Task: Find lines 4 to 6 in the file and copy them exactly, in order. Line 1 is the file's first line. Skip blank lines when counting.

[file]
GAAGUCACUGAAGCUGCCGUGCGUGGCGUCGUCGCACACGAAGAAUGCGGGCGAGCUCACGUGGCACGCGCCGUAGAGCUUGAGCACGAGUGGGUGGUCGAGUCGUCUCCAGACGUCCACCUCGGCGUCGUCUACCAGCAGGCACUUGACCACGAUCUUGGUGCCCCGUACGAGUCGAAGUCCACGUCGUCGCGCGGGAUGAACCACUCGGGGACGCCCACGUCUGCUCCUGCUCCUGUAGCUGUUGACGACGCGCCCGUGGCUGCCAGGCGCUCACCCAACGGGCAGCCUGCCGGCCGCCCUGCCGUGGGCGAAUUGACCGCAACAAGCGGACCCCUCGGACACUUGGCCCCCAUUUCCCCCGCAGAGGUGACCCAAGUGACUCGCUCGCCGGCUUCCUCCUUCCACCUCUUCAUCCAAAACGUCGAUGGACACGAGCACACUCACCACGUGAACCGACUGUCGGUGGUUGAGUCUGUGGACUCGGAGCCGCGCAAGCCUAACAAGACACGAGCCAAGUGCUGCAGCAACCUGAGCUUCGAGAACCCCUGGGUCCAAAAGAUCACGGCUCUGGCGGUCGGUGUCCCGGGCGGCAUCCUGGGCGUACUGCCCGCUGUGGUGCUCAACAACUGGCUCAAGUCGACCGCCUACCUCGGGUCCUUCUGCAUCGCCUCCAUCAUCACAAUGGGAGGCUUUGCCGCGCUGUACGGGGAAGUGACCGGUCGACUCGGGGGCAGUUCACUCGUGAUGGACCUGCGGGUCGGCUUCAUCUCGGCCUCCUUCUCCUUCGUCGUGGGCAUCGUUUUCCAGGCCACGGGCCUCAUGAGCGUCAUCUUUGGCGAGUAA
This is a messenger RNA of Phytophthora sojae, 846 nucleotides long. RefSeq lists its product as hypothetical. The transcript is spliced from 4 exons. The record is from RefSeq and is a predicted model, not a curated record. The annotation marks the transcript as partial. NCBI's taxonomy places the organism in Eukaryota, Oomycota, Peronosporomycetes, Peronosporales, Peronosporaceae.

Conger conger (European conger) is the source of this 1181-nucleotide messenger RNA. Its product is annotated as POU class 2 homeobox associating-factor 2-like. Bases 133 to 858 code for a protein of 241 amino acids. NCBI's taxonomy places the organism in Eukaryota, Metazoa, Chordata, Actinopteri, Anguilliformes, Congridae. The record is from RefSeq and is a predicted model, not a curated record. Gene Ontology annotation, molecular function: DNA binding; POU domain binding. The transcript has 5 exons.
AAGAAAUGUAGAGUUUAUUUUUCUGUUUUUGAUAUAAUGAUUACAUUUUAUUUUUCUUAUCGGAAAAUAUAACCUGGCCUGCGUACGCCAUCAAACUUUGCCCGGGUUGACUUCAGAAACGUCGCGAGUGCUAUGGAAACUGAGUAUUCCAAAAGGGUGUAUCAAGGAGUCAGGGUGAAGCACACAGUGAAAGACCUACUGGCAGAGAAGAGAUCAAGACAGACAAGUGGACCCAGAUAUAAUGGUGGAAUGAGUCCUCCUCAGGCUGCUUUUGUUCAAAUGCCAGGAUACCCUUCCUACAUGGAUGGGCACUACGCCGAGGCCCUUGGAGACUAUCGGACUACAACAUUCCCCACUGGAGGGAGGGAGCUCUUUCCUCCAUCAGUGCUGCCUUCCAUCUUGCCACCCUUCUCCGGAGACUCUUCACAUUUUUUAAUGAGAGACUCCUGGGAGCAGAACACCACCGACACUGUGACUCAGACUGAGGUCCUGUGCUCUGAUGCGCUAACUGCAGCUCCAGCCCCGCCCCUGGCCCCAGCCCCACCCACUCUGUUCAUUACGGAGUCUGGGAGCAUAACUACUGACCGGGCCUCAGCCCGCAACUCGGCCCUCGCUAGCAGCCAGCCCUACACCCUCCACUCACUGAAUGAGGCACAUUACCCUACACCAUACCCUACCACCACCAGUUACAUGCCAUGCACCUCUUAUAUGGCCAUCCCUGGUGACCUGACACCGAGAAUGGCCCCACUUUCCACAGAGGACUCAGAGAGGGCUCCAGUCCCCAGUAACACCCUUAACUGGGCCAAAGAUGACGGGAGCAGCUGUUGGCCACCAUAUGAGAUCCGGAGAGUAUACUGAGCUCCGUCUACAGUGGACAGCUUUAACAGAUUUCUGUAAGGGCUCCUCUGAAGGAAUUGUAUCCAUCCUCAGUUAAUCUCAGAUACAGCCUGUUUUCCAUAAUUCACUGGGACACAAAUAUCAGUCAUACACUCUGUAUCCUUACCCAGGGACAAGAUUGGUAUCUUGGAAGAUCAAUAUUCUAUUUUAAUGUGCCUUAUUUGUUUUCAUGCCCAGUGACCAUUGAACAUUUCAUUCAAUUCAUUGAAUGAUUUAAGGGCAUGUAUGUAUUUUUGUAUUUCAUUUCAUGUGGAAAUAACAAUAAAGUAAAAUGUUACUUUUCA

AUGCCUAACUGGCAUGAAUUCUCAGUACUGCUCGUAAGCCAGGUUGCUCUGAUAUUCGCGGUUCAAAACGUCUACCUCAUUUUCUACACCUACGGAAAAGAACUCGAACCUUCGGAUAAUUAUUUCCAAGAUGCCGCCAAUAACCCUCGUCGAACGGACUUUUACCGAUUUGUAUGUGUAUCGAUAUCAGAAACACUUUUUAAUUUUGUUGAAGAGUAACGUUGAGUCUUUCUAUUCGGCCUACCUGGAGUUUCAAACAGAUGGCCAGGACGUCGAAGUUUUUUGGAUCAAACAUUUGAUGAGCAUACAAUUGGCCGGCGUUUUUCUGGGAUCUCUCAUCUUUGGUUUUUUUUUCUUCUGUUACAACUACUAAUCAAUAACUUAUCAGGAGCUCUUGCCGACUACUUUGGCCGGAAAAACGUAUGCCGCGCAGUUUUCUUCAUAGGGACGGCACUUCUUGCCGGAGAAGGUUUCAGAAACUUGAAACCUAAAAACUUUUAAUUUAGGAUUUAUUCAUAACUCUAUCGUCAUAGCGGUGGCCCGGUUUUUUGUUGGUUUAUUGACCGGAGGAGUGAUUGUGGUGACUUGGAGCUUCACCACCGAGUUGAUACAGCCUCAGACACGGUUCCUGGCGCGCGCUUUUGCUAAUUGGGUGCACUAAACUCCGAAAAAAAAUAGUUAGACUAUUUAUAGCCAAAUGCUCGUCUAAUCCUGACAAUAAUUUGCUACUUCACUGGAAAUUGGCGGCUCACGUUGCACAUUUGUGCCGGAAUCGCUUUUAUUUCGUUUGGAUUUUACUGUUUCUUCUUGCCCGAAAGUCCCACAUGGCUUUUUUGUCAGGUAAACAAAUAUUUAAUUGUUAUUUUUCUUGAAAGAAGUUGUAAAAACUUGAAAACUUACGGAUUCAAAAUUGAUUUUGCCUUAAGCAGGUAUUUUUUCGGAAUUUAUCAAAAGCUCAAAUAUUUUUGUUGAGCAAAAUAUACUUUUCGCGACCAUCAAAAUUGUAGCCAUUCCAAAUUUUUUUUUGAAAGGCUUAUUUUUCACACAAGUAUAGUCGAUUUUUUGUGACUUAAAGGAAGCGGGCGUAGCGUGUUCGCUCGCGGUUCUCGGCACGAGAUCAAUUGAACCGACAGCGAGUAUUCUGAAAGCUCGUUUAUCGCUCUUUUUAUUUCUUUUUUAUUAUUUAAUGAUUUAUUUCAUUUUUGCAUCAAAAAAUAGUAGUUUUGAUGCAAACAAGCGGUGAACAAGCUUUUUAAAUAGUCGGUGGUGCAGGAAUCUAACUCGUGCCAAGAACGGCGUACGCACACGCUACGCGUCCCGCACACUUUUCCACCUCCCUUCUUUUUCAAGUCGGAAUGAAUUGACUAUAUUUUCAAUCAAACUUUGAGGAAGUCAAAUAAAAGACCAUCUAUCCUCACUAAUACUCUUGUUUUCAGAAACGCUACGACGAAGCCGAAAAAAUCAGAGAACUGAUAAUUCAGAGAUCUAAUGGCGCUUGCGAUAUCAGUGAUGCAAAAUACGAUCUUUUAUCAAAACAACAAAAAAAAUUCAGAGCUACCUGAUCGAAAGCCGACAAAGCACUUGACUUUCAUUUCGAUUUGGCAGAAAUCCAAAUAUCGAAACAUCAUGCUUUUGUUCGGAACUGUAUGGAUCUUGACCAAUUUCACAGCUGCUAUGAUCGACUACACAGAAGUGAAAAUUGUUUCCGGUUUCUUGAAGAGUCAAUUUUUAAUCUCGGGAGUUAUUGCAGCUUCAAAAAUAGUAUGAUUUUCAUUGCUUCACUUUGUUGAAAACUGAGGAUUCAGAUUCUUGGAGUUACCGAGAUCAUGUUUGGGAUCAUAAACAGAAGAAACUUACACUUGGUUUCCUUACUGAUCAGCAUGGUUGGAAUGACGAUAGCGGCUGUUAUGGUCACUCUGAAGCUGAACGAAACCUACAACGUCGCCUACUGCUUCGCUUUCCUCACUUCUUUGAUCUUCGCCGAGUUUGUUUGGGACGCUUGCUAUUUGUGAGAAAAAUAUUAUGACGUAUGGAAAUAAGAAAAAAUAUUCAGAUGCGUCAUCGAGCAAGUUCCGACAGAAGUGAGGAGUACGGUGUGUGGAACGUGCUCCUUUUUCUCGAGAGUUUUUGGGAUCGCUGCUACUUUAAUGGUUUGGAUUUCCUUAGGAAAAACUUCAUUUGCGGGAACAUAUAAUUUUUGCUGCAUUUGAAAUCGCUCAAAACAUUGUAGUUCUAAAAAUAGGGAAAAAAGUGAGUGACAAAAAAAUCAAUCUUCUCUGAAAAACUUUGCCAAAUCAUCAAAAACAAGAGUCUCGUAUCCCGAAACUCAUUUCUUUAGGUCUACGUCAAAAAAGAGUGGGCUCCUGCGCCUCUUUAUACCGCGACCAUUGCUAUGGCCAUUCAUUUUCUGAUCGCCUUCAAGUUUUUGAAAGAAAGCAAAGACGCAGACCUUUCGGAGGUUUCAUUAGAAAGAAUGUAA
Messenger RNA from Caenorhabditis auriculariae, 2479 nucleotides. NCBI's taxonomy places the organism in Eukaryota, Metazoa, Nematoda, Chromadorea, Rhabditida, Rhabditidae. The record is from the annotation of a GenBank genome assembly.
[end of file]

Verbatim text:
AAGAAAUGUAGAGUUUAUUUUUCUGUUUUUGAUAUAAUGAUUACAUUUUAUUUUUCUUAUCGGAAAAUAUAACCUGGCCUGCGUACGCCAUCAAACUUUGCCCGGGUUGACUUCAGAAACGUCGCGAGUGCUAUGGAAACUGAGUAUUCCAAAAGGGUGUAUCAAGGAGUCAGGGUGAAGCACACAGUGAAAGACCUACUGGCAGAGAAGAGAUCAAGACAGACAAGUGGACCCAGAUAUAAUGGUGGAAUGAGUCCUCCUCAGGCUGCUUUUGUUCAAAUGCCAGGAUACCCUUCCUACAUGGAUGGGCACUACGCCGAGGCCCUUGGAGACUAUCGGACUACAACAUUCCCCACUGGAGGGAGGGAGCUCUUUCCUCCAUCAGUGCUGCCUUCCAUCUUGCCACCCUUCUCCGGAGACUCUUCACAUUUUUUAAUGAGAGACUCCUGGGAGCAGAACACCACCGACACUGUGACUCAGACUGAGGUCCUGUGCUCUGAUGCGCUAACUGCAGCUCCAGCCCCGCCCCUGGCCCCAGCCCCACCCACUCUGUUCAUUACGGAGUCUGGGAGCAUAACUACUGACCGGGCCUCAGCCCGCAACUCGGCCCUCGCUAGCAGCCAGCCCUACACCCUCCACUCACUGAAUGAGGCACAUUACCCUACACCAUACCCUACCACCACCAGUUACAUGCCAUGCACCUCUUAUAUGGCCAUCCCUGGUGACCUGACACCGAGAAUGGCCCCACUUUCCACAGAGGACUCAGAGAGGGCUCCAGUCCCCAGUAACACCCUUAACUGGGCCAAAGAUGACGGGAGCAGCUGUUGGCCACCAUAUGAGAUCCGGAGAGUAUACUGAGCUCCGUCUACAGUGGACAGCUUUAACAGAUUUCUGUAAGGGCUCCUCUGAAGGAAUUGUAUCCAUCCUCAGUUAAUCUCAGAUACAGCCUGUUUUCCAUAAUUCACUGGGACACAAAUAUCAGUCAUACACUCUGUAUCCUUACCCAGGGACAAGAUUGGUAUCUUGGAAGAUCAAUAUUCUAUUUUAAUGUGCCUUAUUUGUUUUCAUGCCCAGUGACCAUUGAACAUUUCAUUCAAUUCAUUGAAUGAUUUAAGGGCAUGUAUGUAUUUUUGUAUUUCAUUUCAUGUGGAAAUAACAAUAAAGUAAAAUGUUACUUUUCA

AUGCCUAACUGGCAUGAAUUCUCAGUACUGCUCGUAAGCCAGGUUGCUCUGAUAUUCGCGGUUCAAAACGUCUACCUCAUUUUCUACACCUACGGAAAAGAACUCGAACCUUCGGAUAAUUAUUUCCAAGAUGCCGCCAAUAACCCUCGUCGAACGGACUUUUACCGAUUUGUAUGUGUAUCGAUAUCAGAAACACUUUUUAAUUUUGUUGAAGAGUAACGUUGAGUCUUUCUAUUCGGCCUACCUGGAGUUUCAAACAGAUGGCCAGGACGUCGAAGUUUUUUGGAUCAAACAUUUGAUGAGCAUACAAUUGGCCGGCGUUUUUCUGGGAUCUCUCAUCUUUGGUUUUUUUUUCUUCUGUUACAACUACUAAUCAAUAACUUAUCAGGAGCUCUUGCCGACUACUUUGGCCGGAAAAACGUAUGCCGCGCAGUUUUCUUCAUAGGGACGGCACUUCUUGCCGGAGAAGGUUUCAGAAACUUGAAACCUAAAAACUUUUAAUUUAGGAUUUAUUCAUAACUCUAUCGUCAUAGCGGUGGCCCGGUUUUUUGUUGGUUUAUUGACCGGAGGAGUGAUUGUGGUGACUUGGAGCUUCACCACCGAGUUGAUACAGCCUCAGACACGGUUCCUGGCGCGCGCUUUUGCUAAUUGGGUGCACUAAACUCCGAAAAAAAAUAGUUAGACUAUUUAUAGCCAAAUGCUCGUCUAAUCCUGACAAUAAUUUGCUACUUCACUGGAAAUUGGCGGCUCACGUUGCACAUUUGUGCCGGAAUCGCUUUUAUUUCGUUUGGAUUUUACUGUUUCUUCUUGCCCGAAAGUCCCACAUGGCUUUUUUGUCAGGUAAACAAAUAUUUAAUUGUUAUUUUUCUUGAAAGAAGUUGUAAAAACUUGAAAACUUACGGAUUCAAAAUUGAUUUUGCCUUAAGCAGGUAUUUUUUCGGAAUUUAUCAAAAGCUCAAAUAUUUUUGUUGAGCAAAAUAUACUUUUCGCGACCAUCAAAAUUGUAGCCAUUCCAAAUUUUUUUUUGAAAGGCUUAUUUUUCACACAAGUAUAGUCGAUUUUUUGUGACUUAAAGGAAGCGGGCGUAGCGUGUUCGCUCGCGGUUCUCGGCACGAGAUCAAUUGAACCGACAGCGAGUAUUCUGAAAGCUCGUUUAUCGCUCUUUUUAUUUCUUUUUUAUUAUUUAAUGAUUUAUUUCAUUUUUGCAUCAAAAAAUAGUAGUUUUGAUGCAAACAAGCGGUGAACAAGCUUUUUAAAUAGUCGGUGGUGCAGGAAUCUAACUCGUGCCAAGAACGGCGUACGCACACGCUACGCGUCCCGCACACUUUUCCACCUCCCUUCUUUUUCAAGUCGGAAUGAAUUGACUAUAUUUUCAAUCAAACUUUGAGGAAGUCAAAUAAAAGACCAUCUAUCCUCACUAAUACUCUUGUUUUCAGAAACGCUACGACGAAGCCGAAAAAAUCAGAGAACUGAUAAUUCAGAGAUCUAAUGGCGCUUGCGAUAUCAGUGAUGCAAAAUACGAUCUUUUAUCAAAACAACAAAAAAAAUUCAGAGCUACCUGAUCGAAAGCCGACAAAGCACUUGACUUUCAUUUCGAUUUGGCAGAAAUCCAAAUAUCGAAACAUCAUGCUUUUGUUCGGAACUGUAUGGAUCUUGACCAAUUUCACAGCUGCUAUGAUCGACUACACAGAAGUGAAAAUUGUUUCCGGUUUCUUGAAGAGUCAAUUUUUAAUCUCGGGAGUUAUUGCAGCUUCAAAAAUAGUAUGAUUUUCAUUGCUUCACUUUGUUGAAAACUGAGGAUUCAGAUUCUUGGAGUUACCGAGAUCAUGUUUGGGAUCAUAAACAGAAGAAACUUACACUUGGUUUCCUUACUGAUCAGCAUGGUUGGAAUGACGAUAGCGGCUGUUAUGGUCACUCUGAAGCUGAACGAAACCUACAACGUCGCCUACUGCUUCGCUUUCCUCACUUCUUUGAUCUUCGCCGAGUUUGUUUGGGACGCUUGCUAUUUGUGAGAAAAAUAUUAUGACGUAUGGAAAUAAGAAAAAAUAUUCAGAUGCGUCAUCGAGCAAGUUCCGACAGAAGUGAGGAGUACGGUGUGUGGAACGUGCUCCUUUUUCUCGAGAGUUUUUGGGAUCGCUGCUACUUUAAUGGUUUGGAUUUCCUUAGGAAAAACUUCAUUUGCGGGAACAUAUAAUUUUUGCUGCAUUUGAAAUCGCUCAAAACAUUGUAGUUCUAAAAAUAGGGAAAAAAGUGAGUGACAAAAAAAUCAAUCUUCUCUGAAAAACUUUGCCAAAUCAUCAAAAACAAGAGUCUCGUAUCCCGAAACUCAUUUCUUUAGGUCUACGUCAAAAAAGAGUGGGCUCCUGCGCCUCUUUAUACCGCGACCAUUGCUAUGGCCAUUCAUUUUCUGAUCGCCUUCAAGUUUUUGAAAGAAAGCAAAGACGCAGACCUUUCGGAGGUUUCAUUAGAAAGAAUGUAA
Messenger RNA from Caenorhabditis auriculariae, 2479 nucleotides. NCBI's taxonomy places the organism in Eukaryota, Metazoa, Nematoda, Chromadorea, Rhabditida, Rhabditidae. The record is from the annotation of a GenBank genome assembly.